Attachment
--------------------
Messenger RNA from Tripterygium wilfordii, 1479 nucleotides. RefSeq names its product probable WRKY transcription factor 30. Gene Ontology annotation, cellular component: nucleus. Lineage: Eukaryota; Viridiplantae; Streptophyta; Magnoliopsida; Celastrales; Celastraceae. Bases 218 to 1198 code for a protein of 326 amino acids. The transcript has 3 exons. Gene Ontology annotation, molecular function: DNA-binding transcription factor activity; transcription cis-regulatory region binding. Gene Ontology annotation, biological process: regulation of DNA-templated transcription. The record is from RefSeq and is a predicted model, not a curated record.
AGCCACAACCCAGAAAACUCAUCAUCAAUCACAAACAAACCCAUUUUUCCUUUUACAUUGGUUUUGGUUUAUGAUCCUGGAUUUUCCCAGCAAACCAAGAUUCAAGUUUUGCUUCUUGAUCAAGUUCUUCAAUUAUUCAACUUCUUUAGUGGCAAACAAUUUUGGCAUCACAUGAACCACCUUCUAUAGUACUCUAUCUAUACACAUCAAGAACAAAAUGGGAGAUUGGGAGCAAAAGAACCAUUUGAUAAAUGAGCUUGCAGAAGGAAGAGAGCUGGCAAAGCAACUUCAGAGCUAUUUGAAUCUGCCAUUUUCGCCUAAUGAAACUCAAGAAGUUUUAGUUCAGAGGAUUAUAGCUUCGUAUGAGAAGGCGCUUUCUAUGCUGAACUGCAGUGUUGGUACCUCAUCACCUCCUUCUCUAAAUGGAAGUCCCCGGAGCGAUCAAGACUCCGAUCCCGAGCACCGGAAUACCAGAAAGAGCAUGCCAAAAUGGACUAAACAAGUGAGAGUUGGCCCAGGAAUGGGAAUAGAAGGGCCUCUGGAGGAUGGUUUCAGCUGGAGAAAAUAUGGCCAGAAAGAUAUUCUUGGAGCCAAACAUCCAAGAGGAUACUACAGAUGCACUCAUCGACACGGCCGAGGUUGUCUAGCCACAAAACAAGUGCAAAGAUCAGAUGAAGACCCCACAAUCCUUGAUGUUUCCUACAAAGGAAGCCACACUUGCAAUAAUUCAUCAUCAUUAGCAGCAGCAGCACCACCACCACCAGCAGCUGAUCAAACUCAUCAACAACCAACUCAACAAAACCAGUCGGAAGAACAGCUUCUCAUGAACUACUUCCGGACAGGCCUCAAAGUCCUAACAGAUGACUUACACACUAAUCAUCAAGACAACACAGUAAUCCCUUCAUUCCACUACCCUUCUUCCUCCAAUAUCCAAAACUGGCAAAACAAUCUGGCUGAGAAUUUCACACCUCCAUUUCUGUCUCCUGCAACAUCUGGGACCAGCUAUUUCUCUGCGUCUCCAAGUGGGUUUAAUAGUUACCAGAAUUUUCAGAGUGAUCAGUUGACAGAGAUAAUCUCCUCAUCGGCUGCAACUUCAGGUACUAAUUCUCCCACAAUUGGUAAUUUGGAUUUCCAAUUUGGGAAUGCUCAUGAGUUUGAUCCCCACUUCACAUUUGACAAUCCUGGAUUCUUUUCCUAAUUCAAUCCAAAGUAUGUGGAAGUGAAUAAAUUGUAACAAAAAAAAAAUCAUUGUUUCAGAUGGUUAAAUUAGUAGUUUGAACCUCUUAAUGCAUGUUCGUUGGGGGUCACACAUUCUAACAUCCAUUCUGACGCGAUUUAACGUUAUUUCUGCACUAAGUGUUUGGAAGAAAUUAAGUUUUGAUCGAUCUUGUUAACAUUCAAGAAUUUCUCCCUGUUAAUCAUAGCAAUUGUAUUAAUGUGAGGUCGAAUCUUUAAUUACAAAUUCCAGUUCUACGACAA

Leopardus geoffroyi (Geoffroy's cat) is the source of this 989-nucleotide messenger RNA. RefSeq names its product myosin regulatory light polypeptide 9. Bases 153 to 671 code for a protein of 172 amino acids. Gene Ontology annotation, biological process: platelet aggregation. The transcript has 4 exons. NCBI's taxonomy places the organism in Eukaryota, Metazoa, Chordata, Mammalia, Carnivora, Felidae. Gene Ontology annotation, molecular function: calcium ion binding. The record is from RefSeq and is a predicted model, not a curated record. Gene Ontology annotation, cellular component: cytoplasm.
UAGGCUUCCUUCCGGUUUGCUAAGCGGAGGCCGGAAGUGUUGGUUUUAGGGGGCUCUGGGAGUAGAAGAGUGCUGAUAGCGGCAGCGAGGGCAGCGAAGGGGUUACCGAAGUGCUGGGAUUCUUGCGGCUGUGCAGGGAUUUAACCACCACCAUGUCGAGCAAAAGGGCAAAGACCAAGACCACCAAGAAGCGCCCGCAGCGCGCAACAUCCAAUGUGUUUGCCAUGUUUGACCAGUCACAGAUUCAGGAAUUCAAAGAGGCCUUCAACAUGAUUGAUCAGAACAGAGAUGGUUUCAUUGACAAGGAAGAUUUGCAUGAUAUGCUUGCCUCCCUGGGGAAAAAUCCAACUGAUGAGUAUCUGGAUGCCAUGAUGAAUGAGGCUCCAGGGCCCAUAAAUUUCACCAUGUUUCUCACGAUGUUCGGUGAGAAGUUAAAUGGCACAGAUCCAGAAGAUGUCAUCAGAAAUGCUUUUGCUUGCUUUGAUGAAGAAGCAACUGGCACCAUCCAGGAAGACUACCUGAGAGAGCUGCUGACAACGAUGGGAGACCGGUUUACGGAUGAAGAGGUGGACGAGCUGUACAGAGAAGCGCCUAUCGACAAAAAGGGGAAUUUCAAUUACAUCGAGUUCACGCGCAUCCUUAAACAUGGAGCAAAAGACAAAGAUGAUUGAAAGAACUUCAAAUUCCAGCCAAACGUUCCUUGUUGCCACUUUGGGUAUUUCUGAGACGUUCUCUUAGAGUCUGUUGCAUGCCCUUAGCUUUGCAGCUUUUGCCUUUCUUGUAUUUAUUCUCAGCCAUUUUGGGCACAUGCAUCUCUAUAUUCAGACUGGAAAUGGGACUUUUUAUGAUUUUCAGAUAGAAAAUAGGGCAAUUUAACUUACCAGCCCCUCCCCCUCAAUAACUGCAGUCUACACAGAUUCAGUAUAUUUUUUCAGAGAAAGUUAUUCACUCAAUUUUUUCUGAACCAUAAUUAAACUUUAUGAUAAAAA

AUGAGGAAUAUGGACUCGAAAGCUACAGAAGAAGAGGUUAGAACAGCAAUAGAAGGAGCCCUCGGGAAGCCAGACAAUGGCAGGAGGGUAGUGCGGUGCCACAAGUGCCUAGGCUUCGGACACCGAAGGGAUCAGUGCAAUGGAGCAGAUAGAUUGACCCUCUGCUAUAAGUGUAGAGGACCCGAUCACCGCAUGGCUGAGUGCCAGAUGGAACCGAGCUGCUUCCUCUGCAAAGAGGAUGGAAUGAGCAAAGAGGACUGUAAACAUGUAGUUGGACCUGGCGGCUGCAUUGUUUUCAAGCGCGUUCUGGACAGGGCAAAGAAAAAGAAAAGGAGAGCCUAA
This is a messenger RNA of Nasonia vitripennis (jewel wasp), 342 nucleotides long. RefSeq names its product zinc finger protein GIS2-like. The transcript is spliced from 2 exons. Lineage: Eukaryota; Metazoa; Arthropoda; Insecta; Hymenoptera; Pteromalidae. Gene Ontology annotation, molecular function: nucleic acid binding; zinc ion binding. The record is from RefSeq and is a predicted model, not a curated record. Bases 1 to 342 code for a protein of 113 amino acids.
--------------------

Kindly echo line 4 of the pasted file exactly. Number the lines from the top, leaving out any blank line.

UAGGCUUCCUUCCGGUUUGCUAAGCGGAGGCCGGAAGUGUUGGUUUUAGGGGGCUCUGGGAGUAGAAGAGUGCUGAUAGCGGCAGCGAGGGCAGCGAAGGGGUUACCGAAGUGCUGGGAUUCUUGCGGCUGUGCAGGGAUUUAACCACCACCAUGUCGAGCAAAAGGGCAAAGACCAAGACCACCAAGAAGCGCCCGCAGCGCGCAACAUCCAAUGUGUUUGCCAUGUUUGACCAGUCACAGAUUCAGGAAUUCAAAGAGGCCUUCAACAUGAUUGAUCAGAACAGAGAUGGUUUCAUUGACAAGGAAGAUUUGCAUGAUAUGCUUGCCUCCCUGGGGAAAAAUCCAACUGAUGAGUAUCUGGAUGCCAUGAUGAAUGAGGCUCCAGGGCCCAUAAAUUUCACCAUGUUUCUCACGAUGUUCGGUGAGAAGUUAAAUGGCACAGAUCCAGAAGAUGUCAUCAGAAAUGCUUUUGCUUGCUUUGAUGAAGAAGCAACUGGCACCAUCCAGGAAGACUACCUGAGAGAGCUGCUGACAACGAUGGGAGACCGGUUUACGGAUGAAGAGGUGGACGAGCUGUACAGAGAAGCGCCUAUCGACAAAAAGGGGAAUUUCAAUUACAUCGAGUUCACGCGCAUCCUUAAACAUGGAGCAAAAGACAAAGAUGAUUGAAAGAACUUCAAAUUCCAGCCAAACGUUCCUUGUUGCCACUUUGGGUAUUUCUGAGACGUUCUCUUAGAGUCUGUUGCAUGCCCUUAGCUUUGCAGCUUUUGCCUUUCUUGUAUUUAUUCUCAGCCAUUUUGGGCACAUGCAUCUCUAUAUUCAGACUGGAAAUGGGACUUUUUAUGAUUUUCAGAUAGAAAAUAGGGCAAUUUAACUUACCAGCCCCUCCCCCUCAAUAACUGCAGUCUACACAGAUUCAGUAUAUUUUUUCAGAGAAAGUUAUUCACUCAAUUUUUUCUGAACCAUAAUUAAACUUUAUGAUAAAAA